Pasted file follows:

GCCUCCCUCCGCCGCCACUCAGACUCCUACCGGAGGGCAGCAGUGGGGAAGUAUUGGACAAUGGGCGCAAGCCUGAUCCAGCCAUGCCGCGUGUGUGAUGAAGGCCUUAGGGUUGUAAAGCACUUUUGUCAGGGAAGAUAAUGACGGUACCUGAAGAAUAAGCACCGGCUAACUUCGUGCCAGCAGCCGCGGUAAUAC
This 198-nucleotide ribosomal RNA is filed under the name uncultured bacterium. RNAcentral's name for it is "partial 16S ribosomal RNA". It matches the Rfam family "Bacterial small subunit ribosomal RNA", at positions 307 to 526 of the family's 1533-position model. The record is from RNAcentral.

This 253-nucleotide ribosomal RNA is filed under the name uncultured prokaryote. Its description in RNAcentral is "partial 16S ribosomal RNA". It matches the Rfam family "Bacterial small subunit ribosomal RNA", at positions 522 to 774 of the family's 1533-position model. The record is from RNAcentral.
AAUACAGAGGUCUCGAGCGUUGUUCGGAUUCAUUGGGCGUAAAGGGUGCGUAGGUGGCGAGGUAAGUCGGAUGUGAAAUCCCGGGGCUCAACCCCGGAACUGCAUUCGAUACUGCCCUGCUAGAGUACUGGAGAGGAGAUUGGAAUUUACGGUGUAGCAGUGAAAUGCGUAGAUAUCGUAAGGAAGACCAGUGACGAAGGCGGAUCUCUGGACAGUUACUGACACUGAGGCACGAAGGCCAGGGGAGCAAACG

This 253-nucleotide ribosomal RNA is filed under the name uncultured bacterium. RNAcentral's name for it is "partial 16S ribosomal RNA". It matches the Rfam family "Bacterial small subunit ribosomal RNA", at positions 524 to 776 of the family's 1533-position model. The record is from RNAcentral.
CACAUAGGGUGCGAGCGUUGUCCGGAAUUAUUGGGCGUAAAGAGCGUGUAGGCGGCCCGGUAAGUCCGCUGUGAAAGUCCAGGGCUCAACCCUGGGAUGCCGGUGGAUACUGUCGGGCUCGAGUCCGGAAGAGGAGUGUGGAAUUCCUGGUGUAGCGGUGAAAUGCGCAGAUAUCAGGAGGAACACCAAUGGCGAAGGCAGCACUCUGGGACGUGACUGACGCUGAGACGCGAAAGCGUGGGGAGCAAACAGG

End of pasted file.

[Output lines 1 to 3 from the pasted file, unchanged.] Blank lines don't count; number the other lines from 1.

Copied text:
GCCUCCCUCCGCCGCCACUCAGACUCCUACCGGAGGGCAGCAGUGGGGAAGUAUUGGACAAUGGGCGCAAGCCUGAUCCAGCCAUGCCGCGUGUGUGAUGAAGGCCUUAGGGUUGUAAAGCACUUUUGUCAGGGAAGAUAAUGACGGUACCUGAAGAAUAAGCACCGGCUAACUUCGUGCCAGCAGCCGCGGUAAUAC
This 198-nucleotide ribosomal RNA is filed under the name uncultured bacterium. RNAcentral's name for it is "partial 16S ribosomal RNA". It matches the Rfam family "Bacterial small subunit ribosomal RNA", at positions 307 to 526 of the family's 1533-position model. The record is from RNAcentral.

This 253-nucleotide ribosomal RNA is filed under the name uncultured prokaryote. Its description in RNAcentral is "partial 16S ribosomal RNA". It matches the Rfam family "Bacterial small subunit ribosomal RNA", at positions 522 to 774 of the family's 1533-position model. The record is from RNAcentral.